vendredi 8 novembre 2013

Interview de l'astronaute Thomas Reiter, actuel Directeur des Vols Habités et des Opérations de l'ESA

Thomas Reiter est un ancien pilote de chasse et pilote d’essais de l’Armée de l’Air allemande.

Egalement ingénieur aérospatial, il est détaché au début des années 1990 à l’ESA et travail sur la navette Hermes et le module Columbus.

En 1992, il est sélectionné par l’ESA comme astronaute, et part s’entraîner à la Cité des Etoiles en août 1993 pour la préparation de la mission Euromir 95.

(Le Groupe ESA de 1992)
Il effectue sa première mission spatiale, donc avec Soyouz TM-22 / Euromir 95 entre le 3 septembre 1995 et le 29 février 1996, où il restera 179 jours dans l’espace. Il effectuera deux EVA lors de cette mission.

Il effectue sa deuxième mission spatiale du 4 juillet au 22 décembre 2006 avec  Expedition 13 / 14 Astrolab (aller et retour en navette / vols STS-121 et 116). Il restera 171 jours dans l’espace.

Il totalise en tout 350 jours dans l’espace. Il est le non-américain ou non-russe qui est resté, à ce jour, le plus longtemps dans l’espace.

Depuis avril 2011, il est le Directeur des Vols Habités et des Opérations (D/HSO) de l’ESA à l’European Astronaut Center de Cologne.

Interview réalisée en novembre 2013

How many years were you connected to the space program prior to your 1st spaceflight?

I was appointed to ESA's Astronaut Corps based at the European Astronaut Centre (EAC) in Cologne in 1992.

After completing my basic training I was selected for the 95th Euromir mission.

The according preparation began in August 1993 in Swjosdny Gorodok ("Star City") in the vicinity of Moscow. This is where I prepared for extra-vehicular activities in open space and trained to operate the Soyuz capsule.

 Appointed as flight engineer on board the MIR space station, I also had to undergo some onboard-engineer tasks.

How did you feel prior to the flight ?

Preparing for my first mission was an exciting time.

Everything I learned was a completely new territory for me. Every day was associated with new challenges and the joy for my first flight was constantly growing.

What kind of sensations did you experience during take-off ?

The training phase prepared us for many things, but not for the view out of the window, looking at Earth.
Even when one has seen  many photos  taken from space, reality is something completely different - the numerous colours, the arc of the horizon, the thin shell of atmosphere.

I got to know the feeling of gravity during the parabolic flights I took before my mission, but in this context the sensation only lasts for 30 seconds.

It was therefore something totally new to experience this feeling on an ongoing  basis throughout a period of six months, a feeling which I had to get used to.

What does weightlessness feel like, and what did you think about during the flight?

There is a lot you need to learn in weightlessness, especially about your own movements.
You have to spend much less energy and be more careful with everything.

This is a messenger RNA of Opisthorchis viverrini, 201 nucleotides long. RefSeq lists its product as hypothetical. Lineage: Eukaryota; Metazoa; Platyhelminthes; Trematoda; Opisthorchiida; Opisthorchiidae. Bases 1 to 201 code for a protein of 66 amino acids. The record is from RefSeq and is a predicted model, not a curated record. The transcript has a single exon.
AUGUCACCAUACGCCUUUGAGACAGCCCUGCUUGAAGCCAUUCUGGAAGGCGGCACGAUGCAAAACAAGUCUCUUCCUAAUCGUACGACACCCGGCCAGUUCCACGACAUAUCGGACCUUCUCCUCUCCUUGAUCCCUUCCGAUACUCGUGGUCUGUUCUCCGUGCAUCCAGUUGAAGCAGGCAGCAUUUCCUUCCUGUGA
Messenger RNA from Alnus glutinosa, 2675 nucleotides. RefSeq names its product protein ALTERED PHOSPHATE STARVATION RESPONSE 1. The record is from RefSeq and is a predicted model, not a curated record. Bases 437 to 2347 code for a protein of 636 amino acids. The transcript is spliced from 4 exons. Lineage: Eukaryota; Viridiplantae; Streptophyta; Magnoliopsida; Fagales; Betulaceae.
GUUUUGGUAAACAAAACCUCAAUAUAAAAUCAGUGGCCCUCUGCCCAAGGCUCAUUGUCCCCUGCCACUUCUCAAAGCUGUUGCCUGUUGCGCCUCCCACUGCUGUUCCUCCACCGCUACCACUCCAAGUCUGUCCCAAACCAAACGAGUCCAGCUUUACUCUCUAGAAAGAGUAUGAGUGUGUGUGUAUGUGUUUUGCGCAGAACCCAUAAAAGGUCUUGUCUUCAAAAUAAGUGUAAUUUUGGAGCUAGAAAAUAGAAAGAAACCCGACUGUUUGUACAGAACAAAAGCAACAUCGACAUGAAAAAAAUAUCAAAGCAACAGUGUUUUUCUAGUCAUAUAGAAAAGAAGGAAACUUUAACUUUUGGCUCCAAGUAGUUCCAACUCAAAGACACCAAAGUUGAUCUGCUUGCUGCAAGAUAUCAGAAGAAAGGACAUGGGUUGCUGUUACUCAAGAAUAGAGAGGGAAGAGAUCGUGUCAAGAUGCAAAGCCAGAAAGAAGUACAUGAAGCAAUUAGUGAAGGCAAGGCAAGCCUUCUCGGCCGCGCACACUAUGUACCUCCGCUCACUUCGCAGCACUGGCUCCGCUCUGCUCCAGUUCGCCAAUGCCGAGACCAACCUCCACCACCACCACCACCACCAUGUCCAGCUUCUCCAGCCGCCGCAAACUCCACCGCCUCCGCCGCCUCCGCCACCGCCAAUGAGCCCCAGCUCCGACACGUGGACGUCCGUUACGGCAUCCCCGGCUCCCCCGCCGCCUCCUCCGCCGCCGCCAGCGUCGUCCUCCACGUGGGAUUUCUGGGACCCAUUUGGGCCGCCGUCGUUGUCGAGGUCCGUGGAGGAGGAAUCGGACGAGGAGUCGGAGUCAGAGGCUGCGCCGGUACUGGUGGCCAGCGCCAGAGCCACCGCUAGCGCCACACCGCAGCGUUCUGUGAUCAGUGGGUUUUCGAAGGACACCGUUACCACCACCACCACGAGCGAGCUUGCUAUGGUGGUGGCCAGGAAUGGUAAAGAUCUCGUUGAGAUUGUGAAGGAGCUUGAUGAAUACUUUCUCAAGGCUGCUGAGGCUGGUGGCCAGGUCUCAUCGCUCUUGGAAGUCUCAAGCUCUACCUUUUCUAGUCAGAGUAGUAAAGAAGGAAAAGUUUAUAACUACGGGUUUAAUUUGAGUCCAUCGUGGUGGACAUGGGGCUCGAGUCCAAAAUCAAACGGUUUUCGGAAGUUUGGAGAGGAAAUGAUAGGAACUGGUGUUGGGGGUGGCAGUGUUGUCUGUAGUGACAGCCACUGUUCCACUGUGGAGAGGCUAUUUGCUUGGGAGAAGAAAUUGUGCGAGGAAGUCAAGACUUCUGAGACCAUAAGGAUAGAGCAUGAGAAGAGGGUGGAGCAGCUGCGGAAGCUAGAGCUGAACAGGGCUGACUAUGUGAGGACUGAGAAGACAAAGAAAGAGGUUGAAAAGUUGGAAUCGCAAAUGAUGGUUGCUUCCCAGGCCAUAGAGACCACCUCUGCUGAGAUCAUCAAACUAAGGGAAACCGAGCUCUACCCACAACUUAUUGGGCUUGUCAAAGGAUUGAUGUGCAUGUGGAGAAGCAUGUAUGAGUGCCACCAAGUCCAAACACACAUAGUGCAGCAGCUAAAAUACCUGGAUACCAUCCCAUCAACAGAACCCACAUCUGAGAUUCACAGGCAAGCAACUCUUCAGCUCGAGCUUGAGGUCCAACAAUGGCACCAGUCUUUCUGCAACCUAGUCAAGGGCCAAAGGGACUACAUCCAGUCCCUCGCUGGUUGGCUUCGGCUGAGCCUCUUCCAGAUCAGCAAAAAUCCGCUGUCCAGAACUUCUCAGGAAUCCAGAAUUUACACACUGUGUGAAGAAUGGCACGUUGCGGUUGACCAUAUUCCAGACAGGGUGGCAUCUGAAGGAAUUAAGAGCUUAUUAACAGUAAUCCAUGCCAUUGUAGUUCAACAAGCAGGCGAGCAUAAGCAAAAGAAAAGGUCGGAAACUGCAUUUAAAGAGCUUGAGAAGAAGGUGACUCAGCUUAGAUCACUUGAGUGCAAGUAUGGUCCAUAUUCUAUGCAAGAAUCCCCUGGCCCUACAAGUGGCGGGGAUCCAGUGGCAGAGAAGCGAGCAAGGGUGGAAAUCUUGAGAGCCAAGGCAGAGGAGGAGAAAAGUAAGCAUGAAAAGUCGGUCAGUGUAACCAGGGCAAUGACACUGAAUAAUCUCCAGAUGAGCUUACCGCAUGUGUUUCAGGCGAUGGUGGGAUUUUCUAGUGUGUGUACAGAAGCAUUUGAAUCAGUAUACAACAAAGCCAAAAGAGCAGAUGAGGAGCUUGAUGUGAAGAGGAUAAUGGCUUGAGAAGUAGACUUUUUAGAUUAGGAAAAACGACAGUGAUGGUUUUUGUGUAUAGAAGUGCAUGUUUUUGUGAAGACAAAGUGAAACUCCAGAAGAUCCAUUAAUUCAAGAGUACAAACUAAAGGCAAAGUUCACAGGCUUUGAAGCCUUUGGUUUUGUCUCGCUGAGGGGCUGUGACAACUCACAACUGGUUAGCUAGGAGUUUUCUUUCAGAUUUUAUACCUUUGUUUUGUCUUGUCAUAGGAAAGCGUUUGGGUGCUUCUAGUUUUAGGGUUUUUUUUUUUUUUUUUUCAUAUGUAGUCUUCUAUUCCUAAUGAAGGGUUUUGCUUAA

Once you get used to it however it is fun to work in zero gravity.

During the flight I felt constantly thrilled to have the opportunity to work on a space station and conduct experiments in a new environment. The highlights during my first flight were of course the two EVAs in space during which I could see Earth directly through the glass of my helmet.

What were some of the problems you encountered and how did you fixed them?

Of course we had a few little issues on board, just like we would have had some on earth too.

As an astronaut it is necessary to be able to react to any situation without outside help.

I once recovered an experiment with the strings of my guitar for example, to the delight of the scientists on Earth. Reliance on the team on board is also indispensable.

My experience in space has shown me that only human beings, thanks to their skills and competences, are able to react to unforeseen situations.

(L'équipage Euromir 95 avec l'équipage de STS-74 qui a pris cette photo de MIR)

What did you eat, and did it taste real?

Before my flight, I had the chance to choose my meals for the mission according to my taste.
In weightlessness however the taste buds work differently than on Earth and you get the feeling that you need to have much more salt.

I was always especially looking forward to the arrival of the re-supply spaceship as it always had fresh fruit on board.

What was re-entry like ?

Since your muscles regress during the flight you have to do at least two hours of exercise every day while in space.

The re-entry is the first step towards readaptation to Earth’s gravity.

During the return flight the increasing gravity is spread over the entire body.

Once you are back on Earth you then have to learn how to deal with gravity again. It takes about a couple of days to get used to it again.

Were you glad to be back on Earth, or did you feel you could have spent the rest of your life up there ?

The feeling of weightlessness is unique.

Once you know it, you would like to experience it again and again. But not only that, the view of Earth from space is also unforgettable.

I miss these two aspects. However, after half a year in space it is great to return to Earth, to my family and friends.


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